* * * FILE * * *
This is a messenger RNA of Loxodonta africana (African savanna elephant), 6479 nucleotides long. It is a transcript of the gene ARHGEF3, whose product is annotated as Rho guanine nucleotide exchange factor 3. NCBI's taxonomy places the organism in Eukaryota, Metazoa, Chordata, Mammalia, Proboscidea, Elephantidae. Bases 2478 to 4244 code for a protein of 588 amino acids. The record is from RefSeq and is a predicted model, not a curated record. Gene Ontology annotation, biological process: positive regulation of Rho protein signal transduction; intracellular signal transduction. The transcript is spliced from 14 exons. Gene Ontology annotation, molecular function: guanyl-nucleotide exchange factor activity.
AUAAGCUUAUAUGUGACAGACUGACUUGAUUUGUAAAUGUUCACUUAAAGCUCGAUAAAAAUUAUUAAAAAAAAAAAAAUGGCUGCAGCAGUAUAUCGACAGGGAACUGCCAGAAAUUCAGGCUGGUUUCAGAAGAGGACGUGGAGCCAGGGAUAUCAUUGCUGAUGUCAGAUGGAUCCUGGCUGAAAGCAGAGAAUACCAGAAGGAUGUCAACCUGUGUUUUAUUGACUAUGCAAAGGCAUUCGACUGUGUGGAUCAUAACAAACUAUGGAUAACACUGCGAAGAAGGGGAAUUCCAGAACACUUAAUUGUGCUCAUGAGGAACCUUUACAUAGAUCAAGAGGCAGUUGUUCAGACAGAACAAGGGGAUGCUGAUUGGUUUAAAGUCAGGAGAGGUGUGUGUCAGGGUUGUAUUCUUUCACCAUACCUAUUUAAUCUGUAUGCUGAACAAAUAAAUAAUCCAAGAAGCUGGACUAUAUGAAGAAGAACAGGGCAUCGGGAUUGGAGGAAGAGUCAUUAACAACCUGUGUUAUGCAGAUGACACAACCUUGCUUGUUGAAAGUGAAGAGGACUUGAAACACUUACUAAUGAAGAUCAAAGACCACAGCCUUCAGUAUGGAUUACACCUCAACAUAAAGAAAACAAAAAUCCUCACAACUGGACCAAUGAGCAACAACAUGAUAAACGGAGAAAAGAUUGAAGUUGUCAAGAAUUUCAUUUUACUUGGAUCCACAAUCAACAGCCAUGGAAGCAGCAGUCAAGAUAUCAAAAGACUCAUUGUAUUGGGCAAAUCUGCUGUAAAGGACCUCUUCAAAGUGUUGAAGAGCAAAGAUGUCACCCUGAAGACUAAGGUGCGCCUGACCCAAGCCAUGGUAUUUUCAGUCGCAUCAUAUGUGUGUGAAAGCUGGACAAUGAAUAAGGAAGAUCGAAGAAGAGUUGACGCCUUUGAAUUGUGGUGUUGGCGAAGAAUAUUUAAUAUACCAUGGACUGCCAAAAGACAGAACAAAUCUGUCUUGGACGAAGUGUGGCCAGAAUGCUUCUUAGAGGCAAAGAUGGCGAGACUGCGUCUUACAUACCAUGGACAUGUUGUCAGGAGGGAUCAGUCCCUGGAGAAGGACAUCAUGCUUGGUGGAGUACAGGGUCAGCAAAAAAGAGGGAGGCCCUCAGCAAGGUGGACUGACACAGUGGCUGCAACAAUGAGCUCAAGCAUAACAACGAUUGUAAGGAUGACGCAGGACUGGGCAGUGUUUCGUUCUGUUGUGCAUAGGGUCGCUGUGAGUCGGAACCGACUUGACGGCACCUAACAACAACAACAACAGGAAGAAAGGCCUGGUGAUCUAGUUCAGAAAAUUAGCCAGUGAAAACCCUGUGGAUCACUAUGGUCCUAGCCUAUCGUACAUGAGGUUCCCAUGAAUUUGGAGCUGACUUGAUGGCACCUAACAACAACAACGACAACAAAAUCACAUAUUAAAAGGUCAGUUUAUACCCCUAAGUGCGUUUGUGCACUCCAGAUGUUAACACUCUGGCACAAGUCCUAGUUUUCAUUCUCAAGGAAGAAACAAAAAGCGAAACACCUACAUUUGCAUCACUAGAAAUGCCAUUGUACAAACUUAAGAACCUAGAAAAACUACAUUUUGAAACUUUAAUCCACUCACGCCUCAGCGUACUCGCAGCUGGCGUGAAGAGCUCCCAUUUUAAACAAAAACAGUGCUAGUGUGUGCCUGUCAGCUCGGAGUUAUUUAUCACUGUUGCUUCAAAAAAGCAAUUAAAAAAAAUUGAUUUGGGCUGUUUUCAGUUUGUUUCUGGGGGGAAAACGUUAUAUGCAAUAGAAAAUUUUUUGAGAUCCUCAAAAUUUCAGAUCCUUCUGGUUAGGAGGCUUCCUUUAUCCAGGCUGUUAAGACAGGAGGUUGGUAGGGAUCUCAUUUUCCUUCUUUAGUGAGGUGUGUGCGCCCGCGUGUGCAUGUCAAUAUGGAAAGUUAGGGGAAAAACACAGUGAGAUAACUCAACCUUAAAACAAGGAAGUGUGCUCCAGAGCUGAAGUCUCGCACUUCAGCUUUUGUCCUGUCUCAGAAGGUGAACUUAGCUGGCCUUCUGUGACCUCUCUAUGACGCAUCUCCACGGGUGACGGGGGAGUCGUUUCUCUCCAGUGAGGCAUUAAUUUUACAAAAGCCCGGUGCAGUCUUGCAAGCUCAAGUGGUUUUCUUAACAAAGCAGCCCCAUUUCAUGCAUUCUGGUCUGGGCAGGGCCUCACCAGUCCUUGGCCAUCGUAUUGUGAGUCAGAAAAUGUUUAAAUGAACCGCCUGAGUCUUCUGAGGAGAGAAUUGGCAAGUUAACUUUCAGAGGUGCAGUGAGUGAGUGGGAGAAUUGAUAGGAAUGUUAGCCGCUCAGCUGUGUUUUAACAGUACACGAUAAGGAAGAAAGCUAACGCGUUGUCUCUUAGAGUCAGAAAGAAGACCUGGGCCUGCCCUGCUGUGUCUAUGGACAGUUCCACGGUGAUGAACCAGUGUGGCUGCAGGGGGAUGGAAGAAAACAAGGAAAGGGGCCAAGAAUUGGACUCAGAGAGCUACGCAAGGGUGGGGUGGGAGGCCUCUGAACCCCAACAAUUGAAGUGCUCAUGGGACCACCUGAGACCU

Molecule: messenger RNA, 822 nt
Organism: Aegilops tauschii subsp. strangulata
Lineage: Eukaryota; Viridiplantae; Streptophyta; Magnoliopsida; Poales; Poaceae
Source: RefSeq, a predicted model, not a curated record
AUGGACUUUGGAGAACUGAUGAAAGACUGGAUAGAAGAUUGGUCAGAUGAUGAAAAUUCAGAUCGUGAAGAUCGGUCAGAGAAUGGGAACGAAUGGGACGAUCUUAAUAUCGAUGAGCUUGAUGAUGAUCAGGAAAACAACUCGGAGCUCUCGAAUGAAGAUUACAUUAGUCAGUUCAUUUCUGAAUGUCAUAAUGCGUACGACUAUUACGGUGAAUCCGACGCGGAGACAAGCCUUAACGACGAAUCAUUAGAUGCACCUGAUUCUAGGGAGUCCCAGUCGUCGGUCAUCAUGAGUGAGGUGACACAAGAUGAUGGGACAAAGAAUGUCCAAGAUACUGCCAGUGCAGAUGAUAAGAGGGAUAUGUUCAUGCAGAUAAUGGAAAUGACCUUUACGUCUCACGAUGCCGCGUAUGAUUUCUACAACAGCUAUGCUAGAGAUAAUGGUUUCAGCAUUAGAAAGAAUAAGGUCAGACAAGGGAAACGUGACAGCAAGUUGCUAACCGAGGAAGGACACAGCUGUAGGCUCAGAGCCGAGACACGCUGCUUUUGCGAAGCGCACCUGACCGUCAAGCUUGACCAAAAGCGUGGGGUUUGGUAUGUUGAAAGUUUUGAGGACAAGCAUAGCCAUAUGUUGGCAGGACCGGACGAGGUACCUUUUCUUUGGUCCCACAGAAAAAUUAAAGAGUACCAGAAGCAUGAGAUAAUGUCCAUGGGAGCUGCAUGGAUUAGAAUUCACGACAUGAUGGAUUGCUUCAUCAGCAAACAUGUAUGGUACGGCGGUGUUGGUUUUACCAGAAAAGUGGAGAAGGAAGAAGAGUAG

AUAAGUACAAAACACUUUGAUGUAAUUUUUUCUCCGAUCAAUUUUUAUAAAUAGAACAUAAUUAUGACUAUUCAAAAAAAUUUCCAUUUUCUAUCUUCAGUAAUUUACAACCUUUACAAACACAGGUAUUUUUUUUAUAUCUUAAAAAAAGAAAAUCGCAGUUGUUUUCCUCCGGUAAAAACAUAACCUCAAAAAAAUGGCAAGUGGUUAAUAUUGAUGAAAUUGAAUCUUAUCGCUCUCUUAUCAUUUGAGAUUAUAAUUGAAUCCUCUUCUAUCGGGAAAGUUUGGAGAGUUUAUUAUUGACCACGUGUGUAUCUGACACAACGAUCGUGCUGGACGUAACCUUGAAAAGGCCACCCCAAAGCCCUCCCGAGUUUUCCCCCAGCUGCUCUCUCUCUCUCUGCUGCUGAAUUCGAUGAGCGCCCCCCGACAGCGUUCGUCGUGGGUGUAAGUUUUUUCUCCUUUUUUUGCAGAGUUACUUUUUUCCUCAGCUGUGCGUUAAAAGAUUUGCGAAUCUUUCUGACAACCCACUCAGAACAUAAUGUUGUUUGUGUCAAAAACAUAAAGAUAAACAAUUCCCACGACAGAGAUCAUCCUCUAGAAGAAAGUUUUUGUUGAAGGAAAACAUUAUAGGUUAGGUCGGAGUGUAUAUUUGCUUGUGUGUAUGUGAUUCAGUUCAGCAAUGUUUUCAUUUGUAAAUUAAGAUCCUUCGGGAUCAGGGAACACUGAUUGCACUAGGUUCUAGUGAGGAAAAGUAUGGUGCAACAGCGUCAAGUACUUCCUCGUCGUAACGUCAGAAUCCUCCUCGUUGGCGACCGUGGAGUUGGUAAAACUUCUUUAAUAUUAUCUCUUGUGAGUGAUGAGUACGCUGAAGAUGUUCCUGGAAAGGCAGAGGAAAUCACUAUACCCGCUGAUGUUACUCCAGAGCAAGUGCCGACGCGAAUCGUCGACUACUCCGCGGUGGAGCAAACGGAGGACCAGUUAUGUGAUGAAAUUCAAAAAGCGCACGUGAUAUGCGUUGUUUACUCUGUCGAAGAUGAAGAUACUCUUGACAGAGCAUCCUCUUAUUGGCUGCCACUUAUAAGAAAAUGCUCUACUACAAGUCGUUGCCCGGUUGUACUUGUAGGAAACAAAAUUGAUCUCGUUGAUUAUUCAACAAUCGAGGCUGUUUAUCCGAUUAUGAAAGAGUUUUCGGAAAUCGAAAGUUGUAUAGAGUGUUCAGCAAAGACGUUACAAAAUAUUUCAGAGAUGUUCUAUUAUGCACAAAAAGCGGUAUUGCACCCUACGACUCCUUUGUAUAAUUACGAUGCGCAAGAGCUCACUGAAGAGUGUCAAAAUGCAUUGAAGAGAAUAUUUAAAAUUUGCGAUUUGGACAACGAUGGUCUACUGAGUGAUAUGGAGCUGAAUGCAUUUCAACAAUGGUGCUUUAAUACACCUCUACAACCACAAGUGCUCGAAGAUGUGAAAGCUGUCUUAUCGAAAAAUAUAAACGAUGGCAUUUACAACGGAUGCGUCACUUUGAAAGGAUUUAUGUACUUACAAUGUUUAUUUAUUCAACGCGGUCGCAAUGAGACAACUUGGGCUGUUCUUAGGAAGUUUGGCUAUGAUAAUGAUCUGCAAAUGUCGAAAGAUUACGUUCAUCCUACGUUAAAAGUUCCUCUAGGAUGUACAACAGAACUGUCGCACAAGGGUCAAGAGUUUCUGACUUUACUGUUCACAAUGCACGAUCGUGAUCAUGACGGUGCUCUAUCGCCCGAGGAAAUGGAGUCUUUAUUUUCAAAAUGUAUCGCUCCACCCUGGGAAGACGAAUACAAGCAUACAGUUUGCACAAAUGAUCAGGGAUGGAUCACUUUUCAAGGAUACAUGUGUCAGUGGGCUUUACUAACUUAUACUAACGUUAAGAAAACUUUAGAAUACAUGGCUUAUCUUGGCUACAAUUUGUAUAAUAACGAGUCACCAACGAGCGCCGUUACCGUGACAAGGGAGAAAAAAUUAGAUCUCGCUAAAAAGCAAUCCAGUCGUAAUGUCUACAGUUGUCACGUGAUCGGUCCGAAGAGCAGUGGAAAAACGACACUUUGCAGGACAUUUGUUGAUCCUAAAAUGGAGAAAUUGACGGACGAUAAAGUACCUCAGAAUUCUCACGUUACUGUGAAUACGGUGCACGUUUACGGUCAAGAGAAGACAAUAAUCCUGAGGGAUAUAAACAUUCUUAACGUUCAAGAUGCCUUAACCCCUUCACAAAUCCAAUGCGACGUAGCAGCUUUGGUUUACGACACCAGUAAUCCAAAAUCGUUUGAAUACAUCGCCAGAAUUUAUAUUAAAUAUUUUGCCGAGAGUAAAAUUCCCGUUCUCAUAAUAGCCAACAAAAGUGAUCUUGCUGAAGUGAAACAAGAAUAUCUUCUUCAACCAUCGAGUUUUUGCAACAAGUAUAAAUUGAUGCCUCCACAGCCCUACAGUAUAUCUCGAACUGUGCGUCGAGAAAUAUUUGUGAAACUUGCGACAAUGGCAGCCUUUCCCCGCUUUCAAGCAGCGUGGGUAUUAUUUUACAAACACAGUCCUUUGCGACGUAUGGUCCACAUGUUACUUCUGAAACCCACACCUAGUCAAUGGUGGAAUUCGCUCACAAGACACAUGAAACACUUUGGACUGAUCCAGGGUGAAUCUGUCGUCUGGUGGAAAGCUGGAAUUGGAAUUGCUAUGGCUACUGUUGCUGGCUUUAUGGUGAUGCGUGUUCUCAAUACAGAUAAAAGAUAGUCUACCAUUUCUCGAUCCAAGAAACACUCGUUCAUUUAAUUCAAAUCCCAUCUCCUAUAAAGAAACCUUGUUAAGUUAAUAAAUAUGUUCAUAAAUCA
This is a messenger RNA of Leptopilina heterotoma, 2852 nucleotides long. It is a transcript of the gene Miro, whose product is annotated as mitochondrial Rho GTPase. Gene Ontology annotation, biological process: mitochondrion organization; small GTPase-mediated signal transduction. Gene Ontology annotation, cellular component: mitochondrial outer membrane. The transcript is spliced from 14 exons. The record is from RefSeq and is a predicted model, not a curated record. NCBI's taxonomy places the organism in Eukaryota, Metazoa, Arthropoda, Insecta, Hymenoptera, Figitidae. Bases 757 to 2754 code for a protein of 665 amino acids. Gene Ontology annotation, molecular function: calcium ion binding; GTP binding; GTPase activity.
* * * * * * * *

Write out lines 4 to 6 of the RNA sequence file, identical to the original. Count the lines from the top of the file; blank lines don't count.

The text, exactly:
Organism: Aegilops tauschii subsp. strangulata
Lineage: Eukaryota; Viridiplantae; Streptophyta; Magnoliopsida; Poales; Poaceae
Source: RefSeq, a predicted model, not a curated record